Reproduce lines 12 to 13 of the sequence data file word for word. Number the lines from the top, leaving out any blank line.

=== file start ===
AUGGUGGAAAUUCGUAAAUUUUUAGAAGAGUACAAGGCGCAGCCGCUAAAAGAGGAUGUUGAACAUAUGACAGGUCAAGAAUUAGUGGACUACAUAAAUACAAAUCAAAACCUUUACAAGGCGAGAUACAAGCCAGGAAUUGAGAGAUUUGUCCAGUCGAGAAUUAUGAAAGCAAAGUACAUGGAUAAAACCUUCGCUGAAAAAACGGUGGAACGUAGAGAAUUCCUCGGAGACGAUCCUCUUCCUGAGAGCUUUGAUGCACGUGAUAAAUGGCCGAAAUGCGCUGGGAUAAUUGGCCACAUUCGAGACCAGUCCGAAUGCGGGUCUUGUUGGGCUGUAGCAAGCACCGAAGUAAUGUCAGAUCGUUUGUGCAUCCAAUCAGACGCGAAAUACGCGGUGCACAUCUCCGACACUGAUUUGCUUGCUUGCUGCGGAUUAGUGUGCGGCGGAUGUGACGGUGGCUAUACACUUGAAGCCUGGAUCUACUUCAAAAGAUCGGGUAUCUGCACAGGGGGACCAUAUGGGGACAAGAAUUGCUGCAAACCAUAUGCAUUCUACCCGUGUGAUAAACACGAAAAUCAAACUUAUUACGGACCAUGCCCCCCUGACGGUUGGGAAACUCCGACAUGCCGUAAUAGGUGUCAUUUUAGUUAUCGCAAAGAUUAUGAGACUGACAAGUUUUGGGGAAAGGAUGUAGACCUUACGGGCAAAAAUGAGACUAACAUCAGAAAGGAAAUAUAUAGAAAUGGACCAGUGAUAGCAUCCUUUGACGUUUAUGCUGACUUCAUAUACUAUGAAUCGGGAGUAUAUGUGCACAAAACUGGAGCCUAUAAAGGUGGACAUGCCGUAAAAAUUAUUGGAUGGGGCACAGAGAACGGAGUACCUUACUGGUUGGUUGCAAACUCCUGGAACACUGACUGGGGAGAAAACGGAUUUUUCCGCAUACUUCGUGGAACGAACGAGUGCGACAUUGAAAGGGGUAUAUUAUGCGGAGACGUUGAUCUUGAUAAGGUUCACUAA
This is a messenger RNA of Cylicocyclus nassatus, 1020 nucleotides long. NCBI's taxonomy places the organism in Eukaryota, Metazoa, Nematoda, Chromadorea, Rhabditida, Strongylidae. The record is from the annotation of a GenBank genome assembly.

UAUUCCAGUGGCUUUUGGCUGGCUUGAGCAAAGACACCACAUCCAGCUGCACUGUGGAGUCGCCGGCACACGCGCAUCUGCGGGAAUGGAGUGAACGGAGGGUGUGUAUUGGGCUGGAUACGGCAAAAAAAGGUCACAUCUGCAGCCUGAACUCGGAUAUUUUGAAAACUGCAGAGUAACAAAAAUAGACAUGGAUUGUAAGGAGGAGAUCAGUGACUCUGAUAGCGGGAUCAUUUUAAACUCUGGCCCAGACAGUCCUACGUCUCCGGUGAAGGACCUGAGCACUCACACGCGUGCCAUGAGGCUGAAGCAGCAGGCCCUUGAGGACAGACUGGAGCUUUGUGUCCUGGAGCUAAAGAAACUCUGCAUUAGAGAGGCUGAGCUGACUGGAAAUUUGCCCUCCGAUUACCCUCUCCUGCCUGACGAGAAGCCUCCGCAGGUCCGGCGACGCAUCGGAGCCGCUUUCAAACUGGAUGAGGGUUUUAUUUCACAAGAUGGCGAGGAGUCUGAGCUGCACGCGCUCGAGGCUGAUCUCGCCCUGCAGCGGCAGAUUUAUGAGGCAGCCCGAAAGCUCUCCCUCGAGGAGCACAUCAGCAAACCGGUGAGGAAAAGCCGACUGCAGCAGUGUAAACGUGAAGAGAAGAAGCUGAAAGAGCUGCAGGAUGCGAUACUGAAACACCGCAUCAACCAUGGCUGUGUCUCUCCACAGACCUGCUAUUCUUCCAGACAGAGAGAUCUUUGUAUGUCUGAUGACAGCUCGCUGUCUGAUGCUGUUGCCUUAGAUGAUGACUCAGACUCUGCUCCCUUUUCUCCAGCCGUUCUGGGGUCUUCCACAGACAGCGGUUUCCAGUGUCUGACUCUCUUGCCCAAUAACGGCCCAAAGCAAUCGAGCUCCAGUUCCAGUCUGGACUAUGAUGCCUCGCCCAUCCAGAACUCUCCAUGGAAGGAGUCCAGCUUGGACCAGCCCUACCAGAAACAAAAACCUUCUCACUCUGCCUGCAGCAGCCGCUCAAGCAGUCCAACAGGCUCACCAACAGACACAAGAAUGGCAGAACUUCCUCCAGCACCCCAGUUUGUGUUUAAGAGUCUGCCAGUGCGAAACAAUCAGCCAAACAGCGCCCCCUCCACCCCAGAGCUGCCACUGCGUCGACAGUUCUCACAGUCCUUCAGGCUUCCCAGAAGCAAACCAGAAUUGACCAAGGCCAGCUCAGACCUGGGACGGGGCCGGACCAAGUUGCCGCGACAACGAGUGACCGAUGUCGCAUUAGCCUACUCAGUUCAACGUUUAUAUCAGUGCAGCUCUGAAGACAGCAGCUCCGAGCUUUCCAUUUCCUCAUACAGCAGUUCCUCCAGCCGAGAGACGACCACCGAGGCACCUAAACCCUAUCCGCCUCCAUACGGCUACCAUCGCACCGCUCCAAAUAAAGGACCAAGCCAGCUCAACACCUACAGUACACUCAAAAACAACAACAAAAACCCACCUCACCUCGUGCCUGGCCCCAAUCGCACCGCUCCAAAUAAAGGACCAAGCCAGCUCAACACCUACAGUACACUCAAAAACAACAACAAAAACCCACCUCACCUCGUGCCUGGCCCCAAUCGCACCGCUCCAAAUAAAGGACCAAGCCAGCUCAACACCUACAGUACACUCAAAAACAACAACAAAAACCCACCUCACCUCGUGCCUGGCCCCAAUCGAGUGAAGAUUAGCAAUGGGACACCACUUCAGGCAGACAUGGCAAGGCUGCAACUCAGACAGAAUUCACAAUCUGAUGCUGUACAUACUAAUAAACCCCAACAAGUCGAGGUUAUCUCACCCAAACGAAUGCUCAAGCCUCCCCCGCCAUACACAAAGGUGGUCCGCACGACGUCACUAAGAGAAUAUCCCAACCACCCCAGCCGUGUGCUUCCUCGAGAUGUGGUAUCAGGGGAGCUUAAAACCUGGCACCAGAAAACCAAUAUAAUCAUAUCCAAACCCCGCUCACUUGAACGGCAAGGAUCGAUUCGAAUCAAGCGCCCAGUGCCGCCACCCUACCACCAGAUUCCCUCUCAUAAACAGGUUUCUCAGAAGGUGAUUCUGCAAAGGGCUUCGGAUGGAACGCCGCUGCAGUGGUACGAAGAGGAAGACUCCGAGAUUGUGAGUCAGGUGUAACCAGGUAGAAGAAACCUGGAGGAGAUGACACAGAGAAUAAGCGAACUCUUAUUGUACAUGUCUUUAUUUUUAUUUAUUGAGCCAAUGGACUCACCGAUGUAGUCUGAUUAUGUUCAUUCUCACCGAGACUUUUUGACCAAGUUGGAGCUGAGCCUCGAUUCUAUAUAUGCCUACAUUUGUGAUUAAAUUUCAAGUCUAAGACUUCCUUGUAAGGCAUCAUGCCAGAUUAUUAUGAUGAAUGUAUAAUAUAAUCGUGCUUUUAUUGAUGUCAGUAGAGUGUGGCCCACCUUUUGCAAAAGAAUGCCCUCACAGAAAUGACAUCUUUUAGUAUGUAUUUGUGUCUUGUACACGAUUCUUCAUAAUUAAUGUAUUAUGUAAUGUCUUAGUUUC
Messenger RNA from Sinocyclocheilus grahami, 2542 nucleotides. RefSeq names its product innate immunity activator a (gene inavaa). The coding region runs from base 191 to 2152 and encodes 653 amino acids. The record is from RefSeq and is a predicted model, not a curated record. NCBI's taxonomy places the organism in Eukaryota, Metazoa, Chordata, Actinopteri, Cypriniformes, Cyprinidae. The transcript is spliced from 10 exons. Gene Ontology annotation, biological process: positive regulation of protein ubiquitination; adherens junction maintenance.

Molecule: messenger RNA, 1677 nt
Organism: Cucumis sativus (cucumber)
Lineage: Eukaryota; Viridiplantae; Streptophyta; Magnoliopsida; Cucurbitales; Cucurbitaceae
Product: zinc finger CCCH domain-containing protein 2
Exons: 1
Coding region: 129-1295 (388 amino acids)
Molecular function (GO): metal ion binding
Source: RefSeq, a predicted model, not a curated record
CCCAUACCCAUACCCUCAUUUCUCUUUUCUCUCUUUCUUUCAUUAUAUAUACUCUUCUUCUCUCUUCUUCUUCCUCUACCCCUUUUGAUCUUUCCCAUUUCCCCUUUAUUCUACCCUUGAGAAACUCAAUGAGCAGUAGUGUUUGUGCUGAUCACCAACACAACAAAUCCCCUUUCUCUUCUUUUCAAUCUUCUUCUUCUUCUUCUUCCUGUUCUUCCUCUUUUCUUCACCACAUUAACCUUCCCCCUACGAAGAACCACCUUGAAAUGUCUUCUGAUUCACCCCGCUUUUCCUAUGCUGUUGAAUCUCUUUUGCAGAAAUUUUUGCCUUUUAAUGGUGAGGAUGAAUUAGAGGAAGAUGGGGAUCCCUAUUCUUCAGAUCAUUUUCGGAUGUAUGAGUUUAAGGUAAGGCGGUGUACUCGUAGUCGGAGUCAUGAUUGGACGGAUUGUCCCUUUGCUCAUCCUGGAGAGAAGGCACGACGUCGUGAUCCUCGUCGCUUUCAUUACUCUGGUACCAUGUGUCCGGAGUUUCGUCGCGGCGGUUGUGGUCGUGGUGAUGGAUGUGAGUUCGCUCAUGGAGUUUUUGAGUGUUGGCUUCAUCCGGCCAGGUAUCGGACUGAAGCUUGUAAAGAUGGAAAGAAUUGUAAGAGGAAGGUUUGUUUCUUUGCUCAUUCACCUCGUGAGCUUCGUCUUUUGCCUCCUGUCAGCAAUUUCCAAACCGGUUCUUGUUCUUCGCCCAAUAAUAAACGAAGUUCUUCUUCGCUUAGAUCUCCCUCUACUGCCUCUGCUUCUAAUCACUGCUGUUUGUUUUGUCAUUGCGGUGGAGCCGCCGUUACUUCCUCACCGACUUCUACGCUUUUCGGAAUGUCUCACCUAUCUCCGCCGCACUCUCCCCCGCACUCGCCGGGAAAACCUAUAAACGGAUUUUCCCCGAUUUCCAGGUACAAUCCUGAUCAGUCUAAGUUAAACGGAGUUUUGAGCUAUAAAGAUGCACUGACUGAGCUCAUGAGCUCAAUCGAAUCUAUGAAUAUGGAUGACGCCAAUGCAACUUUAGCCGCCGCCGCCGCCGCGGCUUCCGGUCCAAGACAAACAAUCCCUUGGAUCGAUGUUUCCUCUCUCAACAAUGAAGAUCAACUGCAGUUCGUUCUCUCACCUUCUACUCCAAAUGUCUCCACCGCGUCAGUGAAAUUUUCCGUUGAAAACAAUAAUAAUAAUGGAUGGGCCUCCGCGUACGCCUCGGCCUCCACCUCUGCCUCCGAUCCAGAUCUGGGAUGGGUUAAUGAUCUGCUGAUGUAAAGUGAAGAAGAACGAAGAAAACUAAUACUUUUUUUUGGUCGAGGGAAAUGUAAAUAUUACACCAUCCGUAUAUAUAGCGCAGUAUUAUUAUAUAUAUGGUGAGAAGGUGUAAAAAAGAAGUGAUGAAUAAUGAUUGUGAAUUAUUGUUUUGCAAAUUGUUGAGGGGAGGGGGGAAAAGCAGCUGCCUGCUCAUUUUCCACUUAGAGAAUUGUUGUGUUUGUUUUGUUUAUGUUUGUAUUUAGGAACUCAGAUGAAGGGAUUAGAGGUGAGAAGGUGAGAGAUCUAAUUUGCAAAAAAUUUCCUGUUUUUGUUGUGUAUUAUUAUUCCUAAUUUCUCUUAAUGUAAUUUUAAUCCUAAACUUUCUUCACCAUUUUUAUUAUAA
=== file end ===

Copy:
Source: RefSeq, a predicted model, not a curated record
CCCAUACCCAUACCCUCAUUUCUCUUUUCUCUCUUUCUUUCAUUAUAUAUACUCUUCUUCUCUCUUCUUCUUCCUCUACCCCUUUUGAUCUUUCCCAUUUCCCCUUUAUUCUACCCUUGAGAAACUCAAUGAGCAGUAGUGUUUGUGCUGAUCACCAACACAACAAAUCCCCUUUCUCUUCUUUUCAAUCUUCUUCUUCUUCUUCUUCCUGUUCUUCCUCUUUUCUUCACCACAUUAACCUUCCCCCUACGAAGAACCACCUUGAAAUGUCUUCUGAUUCACCCCGCUUUUCCUAUGCUGUUGAAUCUCUUUUGCAGAAAUUUUUGCCUUUUAAUGGUGAGGAUGAAUUAGAGGAAGAUGGGGAUCCCUAUUCUUCAGAUCAUUUUCGGAUGUAUGAGUUUAAGGUAAGGCGGUGUACUCGUAGUCGGAGUCAUGAUUGGACGGAUUGUCCCUUUGCUCAUCCUGGAGAGAAGGCACGACGUCGUGAUCCUCGUCGCUUUCAUUACUCUGGUACCAUGUGUCCGGAGUUUCGUCGCGGCGGUUGUGGUCGUGGUGAUGGAUGUGAGUUCGCUCAUGGAGUUUUUGAGUGUUGGCUUCAUCCGGCCAGGUAUCGGACUGAAGCUUGUAAAGAUGGAAAGAAUUGUAAGAGGAAGGUUUGUUUCUUUGCUCAUUCACCUCGUGAGCUUCGUCUUUUGCCUCCUGUCAGCAAUUUCCAAACCGGUUCUUGUUCUUCGCCCAAUAAUAAACGAAGUUCUUCUUCGCUUAGAUCUCCCUCUACUGCCUCUGCUUCUAAUCACUGCUGUUUGUUUUGUCAUUGCGGUGGAGCCGCCGUUACUUCCUCACCGACUUCUACGCUUUUCGGAAUGUCUCACCUAUCUCCGCCGCACUCUCCCCCGCACUCGCCGGGAAAACCUAUAAACGGAUUUUCCCCGAUUUCCAGGUACAAUCCUGAUCAGUCUAAGUUAAACGGAGUUUUGAGCUAUAAAGAUGCACUGACUGAGCUCAUGAGCUCAAUCGAAUCUAUGAAUAUGGAUGACGCCAAUGCAACUUUAGCCGCCGCCGCCGCCGCGGCUUCCGGUCCAAGACAAACAAUCCCUUGGAUCGAUGUUUCCUCUCUCAACAAUGAAGAUCAACUGCAGUUCGUUCUCUCACCUUCUACUCCAAAUGUCUCCACCGCGUCAGUGAAAUUUUCCGUUGAAAACAAUAAUAAUAAUGGAUGGGCCUCCGCGUACGCCUCGGCCUCCACCUCUGCCUCCGAUCCAGAUCUGGGAUGGGUUAAUGAUCUGCUGAUGUAAAGUGAAGAAGAACGAAGAAAACUAAUACUUUUUUUUGGUCGAGGGAAAUGUAAAUAUUACACCAUCCGUAUAUAUAGCGCAGUAUUAUUAUAUAUAUGGUGAGAAGGUGUAAAAAAGAAGUGAUGAAUAAUGAUUGUGAAUUAUUGUUUUGCAAAUUGUUGAGGGGAGGGGGGAAAAGCAGCUGCCUGCUCAUUUUCCACUUAGAGAAUUGUUGUGUUUGUUUUGUUUAUGUUUGUAUUUAGGAACUCAGAUGAAGGGAUUAGAGGUGAGAAGGUGAGAGAUCUAAUUUGCAAAAAAUUUCCUGUUUUUGUUGUGUAUUAUUAUUCCUAAUUUCUCUUAAUGUAAUUUUAAUCCUAAACUUUCUUCACCAUUUUUAUUAUAA